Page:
Poet's Choice

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By Robert Pinsky
Sunday, December 9, 2007

Eminent poets sometimes write poems to please children. Theodore Roethke (1908-1963) succeeded, with poems that are short, funny, well-rhymed and respectful of the reader's intelligence:

The Sloth

In moving-slow he has no Peer.

You ask him something in his ear;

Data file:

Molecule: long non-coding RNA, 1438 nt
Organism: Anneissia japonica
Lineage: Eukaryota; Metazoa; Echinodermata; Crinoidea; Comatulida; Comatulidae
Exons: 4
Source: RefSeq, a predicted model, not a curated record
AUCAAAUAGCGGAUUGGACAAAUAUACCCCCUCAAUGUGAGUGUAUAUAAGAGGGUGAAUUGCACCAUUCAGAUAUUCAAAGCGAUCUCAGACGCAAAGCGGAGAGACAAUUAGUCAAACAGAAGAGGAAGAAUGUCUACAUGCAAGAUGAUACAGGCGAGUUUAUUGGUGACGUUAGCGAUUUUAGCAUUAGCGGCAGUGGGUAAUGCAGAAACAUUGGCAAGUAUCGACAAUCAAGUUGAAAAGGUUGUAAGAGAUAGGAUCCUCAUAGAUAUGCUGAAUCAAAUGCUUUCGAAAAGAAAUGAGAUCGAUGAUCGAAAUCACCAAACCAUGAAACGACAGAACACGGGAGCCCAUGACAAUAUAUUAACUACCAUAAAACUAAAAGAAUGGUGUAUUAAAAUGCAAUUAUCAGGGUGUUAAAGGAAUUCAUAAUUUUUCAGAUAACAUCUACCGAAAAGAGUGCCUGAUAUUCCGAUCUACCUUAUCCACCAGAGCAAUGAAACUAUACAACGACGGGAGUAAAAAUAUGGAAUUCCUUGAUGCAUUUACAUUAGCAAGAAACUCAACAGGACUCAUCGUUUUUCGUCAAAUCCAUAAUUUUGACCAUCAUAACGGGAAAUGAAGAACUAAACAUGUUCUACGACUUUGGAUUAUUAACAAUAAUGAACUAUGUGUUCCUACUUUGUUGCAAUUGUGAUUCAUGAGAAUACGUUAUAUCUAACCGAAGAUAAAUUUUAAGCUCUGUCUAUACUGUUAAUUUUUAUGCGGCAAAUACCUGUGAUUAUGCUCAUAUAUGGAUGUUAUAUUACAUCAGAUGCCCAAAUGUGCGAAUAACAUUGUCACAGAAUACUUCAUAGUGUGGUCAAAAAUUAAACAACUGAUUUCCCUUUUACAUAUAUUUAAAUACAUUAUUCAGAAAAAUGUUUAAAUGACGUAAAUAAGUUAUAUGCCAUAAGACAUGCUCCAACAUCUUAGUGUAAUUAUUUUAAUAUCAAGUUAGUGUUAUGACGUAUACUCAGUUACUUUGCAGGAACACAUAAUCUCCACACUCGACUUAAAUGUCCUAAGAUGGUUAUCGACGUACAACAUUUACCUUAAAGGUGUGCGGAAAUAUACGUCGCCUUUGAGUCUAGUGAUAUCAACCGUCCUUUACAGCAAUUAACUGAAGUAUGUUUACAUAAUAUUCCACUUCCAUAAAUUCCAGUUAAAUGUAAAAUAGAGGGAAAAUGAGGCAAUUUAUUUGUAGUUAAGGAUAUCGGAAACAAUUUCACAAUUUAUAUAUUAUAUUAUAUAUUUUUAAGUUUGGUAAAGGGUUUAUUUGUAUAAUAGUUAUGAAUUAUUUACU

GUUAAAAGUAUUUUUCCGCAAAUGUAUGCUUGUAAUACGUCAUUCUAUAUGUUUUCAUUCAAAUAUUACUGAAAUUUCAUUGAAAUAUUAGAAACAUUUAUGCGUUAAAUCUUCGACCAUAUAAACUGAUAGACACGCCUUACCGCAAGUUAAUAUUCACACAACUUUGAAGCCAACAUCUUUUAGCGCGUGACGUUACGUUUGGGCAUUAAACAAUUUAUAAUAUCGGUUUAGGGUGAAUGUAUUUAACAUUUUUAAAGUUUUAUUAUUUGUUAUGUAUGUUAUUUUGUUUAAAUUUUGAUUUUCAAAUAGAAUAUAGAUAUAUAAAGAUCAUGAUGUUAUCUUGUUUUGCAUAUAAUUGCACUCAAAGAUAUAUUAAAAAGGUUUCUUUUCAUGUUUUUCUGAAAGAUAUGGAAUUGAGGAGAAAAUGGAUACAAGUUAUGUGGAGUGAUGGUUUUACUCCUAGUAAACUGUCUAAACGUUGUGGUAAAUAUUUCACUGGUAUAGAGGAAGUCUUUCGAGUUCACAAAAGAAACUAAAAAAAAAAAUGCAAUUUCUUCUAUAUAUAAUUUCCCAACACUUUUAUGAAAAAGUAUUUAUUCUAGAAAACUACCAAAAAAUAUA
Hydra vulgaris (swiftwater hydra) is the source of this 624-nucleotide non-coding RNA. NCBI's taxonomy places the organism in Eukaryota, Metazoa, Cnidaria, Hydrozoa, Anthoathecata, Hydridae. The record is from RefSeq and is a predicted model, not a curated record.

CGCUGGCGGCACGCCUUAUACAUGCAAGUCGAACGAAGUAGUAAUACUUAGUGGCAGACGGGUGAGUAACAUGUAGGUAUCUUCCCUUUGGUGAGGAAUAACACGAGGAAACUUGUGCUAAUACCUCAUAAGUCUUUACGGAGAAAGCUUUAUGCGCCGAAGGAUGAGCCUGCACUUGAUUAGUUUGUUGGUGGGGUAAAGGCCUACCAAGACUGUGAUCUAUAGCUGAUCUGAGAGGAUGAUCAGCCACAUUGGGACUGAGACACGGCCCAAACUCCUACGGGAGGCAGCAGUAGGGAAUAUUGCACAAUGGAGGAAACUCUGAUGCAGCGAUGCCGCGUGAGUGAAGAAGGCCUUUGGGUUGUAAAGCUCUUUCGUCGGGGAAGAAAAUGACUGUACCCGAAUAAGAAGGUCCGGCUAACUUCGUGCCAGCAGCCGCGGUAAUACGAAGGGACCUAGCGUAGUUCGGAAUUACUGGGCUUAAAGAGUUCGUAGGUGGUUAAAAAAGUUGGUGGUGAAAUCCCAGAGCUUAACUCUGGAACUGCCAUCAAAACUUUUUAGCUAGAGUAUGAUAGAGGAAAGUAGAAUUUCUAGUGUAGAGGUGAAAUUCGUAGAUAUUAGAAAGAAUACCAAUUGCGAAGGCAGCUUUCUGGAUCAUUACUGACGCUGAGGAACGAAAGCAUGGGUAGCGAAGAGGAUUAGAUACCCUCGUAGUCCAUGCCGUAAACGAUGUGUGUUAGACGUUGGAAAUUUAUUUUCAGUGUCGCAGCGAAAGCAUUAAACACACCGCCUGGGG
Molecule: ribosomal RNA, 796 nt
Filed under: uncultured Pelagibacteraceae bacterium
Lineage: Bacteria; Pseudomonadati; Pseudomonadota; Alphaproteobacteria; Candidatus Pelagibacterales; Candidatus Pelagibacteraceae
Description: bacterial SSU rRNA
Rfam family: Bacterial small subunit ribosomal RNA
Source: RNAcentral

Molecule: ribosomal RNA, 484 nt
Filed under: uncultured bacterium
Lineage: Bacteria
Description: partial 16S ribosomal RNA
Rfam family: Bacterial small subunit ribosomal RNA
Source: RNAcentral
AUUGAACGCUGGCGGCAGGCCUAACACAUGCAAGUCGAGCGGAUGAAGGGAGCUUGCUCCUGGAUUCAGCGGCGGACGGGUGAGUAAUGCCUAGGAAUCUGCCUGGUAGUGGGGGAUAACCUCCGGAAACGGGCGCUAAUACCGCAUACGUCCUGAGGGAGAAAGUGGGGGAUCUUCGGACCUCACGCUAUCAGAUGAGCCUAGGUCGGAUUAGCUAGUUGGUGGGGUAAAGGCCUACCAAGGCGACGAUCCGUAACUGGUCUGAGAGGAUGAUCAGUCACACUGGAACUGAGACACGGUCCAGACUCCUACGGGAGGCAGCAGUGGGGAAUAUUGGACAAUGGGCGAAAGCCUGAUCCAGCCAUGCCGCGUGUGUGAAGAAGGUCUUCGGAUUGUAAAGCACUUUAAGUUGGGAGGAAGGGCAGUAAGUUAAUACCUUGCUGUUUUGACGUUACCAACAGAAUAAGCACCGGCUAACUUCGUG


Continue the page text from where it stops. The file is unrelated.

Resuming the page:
He thinks about it for a Year;

And, then, before he says a Word

There, upside down (unlike a Bird)

He will assume that you have Heard --

A most Ex-as-per-at-ing Lug.

But should you call his manner Smug,

He'll sigh and give his Branch a Hug;

Then off again to Sleep he goes,

Still swaying gently by his Toes,


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© 2007 The Washington Post Company

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